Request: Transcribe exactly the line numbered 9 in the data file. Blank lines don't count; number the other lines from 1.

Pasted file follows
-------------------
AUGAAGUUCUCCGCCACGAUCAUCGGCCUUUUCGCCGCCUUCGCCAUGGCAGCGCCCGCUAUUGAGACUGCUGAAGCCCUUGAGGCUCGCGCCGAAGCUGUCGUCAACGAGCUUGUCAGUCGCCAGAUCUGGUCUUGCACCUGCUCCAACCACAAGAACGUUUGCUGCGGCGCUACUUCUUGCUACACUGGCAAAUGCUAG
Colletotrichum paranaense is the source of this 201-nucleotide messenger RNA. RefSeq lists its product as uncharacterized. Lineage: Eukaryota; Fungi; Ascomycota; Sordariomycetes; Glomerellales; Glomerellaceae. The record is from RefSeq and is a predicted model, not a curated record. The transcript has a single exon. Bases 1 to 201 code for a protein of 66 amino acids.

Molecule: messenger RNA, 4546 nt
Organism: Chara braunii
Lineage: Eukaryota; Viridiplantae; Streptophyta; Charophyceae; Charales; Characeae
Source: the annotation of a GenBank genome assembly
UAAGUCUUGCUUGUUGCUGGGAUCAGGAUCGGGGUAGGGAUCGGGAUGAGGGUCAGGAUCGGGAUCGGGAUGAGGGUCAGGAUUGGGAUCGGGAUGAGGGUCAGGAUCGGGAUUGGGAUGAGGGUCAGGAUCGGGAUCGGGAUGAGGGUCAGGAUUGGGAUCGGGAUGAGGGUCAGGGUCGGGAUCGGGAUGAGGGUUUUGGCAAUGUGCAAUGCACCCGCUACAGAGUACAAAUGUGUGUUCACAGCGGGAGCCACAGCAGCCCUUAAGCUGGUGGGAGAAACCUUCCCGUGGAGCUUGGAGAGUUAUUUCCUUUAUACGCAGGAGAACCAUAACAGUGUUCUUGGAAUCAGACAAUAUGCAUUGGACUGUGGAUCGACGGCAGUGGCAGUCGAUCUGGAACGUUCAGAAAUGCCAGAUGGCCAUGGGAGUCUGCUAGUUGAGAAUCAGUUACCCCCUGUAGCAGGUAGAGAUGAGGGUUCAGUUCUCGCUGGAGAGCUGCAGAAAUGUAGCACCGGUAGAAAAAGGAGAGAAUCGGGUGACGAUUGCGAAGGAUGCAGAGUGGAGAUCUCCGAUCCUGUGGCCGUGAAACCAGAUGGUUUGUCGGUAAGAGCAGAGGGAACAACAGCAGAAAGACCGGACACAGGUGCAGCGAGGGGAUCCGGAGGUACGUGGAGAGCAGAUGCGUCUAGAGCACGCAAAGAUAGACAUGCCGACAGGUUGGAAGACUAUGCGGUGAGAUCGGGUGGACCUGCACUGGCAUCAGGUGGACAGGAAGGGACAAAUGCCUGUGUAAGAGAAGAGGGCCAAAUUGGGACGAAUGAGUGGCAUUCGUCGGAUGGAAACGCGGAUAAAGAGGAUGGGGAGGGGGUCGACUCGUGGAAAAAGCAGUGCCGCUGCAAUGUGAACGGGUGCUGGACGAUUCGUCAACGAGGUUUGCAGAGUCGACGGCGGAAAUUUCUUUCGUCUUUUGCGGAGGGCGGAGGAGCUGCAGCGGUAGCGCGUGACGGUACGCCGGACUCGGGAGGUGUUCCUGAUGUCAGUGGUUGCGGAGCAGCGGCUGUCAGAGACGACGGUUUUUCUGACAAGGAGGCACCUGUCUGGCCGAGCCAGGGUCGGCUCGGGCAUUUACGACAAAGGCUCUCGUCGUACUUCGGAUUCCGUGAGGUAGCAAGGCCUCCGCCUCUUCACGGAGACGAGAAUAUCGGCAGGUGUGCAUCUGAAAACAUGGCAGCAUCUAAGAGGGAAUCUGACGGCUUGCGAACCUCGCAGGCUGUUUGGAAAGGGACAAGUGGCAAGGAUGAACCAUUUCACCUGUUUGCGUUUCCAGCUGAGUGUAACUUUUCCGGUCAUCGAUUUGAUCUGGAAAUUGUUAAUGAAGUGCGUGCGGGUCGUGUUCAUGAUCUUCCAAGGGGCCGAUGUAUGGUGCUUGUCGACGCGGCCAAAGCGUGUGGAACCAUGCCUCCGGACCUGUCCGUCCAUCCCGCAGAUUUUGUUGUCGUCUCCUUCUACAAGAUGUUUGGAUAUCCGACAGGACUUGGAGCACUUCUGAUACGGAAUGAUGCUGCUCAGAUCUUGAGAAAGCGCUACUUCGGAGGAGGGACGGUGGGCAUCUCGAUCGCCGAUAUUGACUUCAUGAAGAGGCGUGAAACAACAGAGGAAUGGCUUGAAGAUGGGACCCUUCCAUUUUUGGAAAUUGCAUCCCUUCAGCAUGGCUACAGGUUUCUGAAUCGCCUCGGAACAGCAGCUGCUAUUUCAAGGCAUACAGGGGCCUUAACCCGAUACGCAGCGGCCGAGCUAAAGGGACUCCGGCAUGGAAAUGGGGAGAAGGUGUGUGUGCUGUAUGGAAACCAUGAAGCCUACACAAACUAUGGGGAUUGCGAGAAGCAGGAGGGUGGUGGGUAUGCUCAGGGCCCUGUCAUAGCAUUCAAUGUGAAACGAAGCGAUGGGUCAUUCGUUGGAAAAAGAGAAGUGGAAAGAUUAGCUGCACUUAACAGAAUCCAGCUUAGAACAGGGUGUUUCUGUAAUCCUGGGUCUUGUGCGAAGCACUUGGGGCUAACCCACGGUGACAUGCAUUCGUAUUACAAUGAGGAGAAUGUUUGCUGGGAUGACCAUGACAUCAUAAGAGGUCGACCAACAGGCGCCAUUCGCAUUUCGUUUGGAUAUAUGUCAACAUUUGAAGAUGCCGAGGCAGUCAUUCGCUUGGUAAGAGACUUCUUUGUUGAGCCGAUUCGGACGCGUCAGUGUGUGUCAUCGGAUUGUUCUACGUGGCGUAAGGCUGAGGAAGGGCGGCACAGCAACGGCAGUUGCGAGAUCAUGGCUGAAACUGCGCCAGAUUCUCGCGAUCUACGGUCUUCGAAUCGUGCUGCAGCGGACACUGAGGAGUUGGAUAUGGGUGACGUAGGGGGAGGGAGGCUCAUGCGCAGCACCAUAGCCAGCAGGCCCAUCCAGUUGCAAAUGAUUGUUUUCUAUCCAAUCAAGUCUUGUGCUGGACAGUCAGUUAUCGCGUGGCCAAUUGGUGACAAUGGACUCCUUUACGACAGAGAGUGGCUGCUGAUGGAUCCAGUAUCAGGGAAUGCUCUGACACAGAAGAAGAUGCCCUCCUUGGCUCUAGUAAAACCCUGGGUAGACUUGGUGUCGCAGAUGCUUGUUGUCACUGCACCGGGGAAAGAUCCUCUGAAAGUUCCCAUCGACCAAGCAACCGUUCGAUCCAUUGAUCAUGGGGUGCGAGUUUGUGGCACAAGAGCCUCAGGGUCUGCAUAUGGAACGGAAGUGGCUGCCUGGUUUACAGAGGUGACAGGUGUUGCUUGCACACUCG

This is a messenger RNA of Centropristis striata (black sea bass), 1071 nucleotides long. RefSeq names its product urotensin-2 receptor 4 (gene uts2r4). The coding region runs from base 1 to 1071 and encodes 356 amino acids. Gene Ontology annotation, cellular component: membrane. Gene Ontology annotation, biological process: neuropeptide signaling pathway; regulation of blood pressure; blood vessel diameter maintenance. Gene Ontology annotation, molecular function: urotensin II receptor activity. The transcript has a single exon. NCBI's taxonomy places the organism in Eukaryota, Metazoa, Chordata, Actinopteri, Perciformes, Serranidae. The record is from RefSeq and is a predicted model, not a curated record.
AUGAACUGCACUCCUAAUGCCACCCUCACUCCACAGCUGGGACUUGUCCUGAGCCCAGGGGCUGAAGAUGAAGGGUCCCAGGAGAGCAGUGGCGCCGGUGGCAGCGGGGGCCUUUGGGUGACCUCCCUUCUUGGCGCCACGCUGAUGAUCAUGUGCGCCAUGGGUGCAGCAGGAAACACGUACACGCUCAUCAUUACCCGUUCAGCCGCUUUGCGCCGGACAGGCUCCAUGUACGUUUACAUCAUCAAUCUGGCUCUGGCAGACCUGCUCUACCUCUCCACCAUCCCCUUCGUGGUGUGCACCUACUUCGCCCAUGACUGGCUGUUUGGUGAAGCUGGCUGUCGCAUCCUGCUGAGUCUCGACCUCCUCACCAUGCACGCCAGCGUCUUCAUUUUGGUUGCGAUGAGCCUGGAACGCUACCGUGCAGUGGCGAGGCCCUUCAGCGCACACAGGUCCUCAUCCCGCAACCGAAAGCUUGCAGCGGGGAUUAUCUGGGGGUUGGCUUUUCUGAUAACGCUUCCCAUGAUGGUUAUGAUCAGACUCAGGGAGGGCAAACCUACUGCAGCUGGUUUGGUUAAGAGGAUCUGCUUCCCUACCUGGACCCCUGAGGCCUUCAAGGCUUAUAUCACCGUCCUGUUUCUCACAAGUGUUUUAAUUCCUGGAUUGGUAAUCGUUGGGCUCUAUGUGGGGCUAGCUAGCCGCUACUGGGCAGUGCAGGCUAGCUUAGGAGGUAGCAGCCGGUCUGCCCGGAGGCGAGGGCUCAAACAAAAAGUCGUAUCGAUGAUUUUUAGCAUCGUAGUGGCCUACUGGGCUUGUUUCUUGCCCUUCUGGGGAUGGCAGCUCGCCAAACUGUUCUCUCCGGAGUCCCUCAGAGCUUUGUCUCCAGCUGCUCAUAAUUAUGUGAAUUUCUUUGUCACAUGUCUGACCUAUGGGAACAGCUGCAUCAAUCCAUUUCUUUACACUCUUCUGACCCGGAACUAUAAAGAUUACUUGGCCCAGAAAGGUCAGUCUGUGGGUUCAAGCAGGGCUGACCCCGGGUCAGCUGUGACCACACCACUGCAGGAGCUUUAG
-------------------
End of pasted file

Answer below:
AUGAACUGCACUCCUAAUGCCACCCUCACUCCACAGCUGGGACUUGUCCUGAGCCCAGGGGCUGAAGAUGAAGGGUCCCAGGAGAGCAGUGGCGCCGGUGGCAGCGGGGGCCUUUGGGUGACCUCCCUUCUUGGCGCCACGCUGAUGAUCAUGUGCGCCAUGGGUGCAGCAGGAAACACGUACACGCUCAUCAUUACCCGUUCAGCCGCUUUGCGCCGGACAGGCUCCAUGUACGUUUACAUCAUCAAUCUGGCUCUGGCAGACCUGCUCUACCUCUCCACCAUCCCCUUCGUGGUGUGCACCUACUUCGCCCAUGACUGGCUGUUUGGUGAAGCUGGCUGUCGCAUCCUGCUGAGUCUCGACCUCCUCACCAUGCACGCCAGCGUCUUCAUUUUGGUUGCGAUGAGCCUGGAACGCUACCGUGCAGUGGCGAGGCCCUUCAGCGCACACAGGUCCUCAUCCCGCAACCGAAAGCUUGCAGCGGGGAUUAUCUGGGGGUUGGCUUUUCUGAUAACGCUUCCCAUGAUGGUUAUGAUCAGACUCAGGGAGGGCAAACCUACUGCAGCUGGUUUGGUUAAGAGGAUCUGCUUCCCUACCUGGACCCCUGAGGCCUUCAAGGCUUAUAUCACCGUCCUGUUUCUCACAAGUGUUUUAAUUCCUGGAUUGGUAAUCGUUGGGCUCUAUGUGGGGCUAGCUAGCCGCUACUGGGCAGUGCAGGCUAGCUUAGGAGGUAGCAGCCGGUCUGCCCGGAGGCGAGGGCUCAAACAAAAAGUCGUAUCGAUGAUUUUUAGCAUCGUAGUGGCCUACUGGGCUUGUUUCUUGCCCUUCUGGGGAUGGCAGCUCGCCAAACUGUUCUCUCCGGAGUCCCUCAGAGCUUUGUCUCCAGCUGCUCAUAAUUAUGUGAAUUUCUUUGUCACAUGUCUGACCUAUGGGAACAGCUGCAUCAAUCCAUUUCUUUACACUCUUCUGACCCGGAACUAUAAAGAUUACUUGGCCCAGAAAGGUCAGUCUGUGGGUUCAAGCAGGGCUGACCCCGGGUCAGCUGUGACCACACCACUGCAGGAGCUUUAG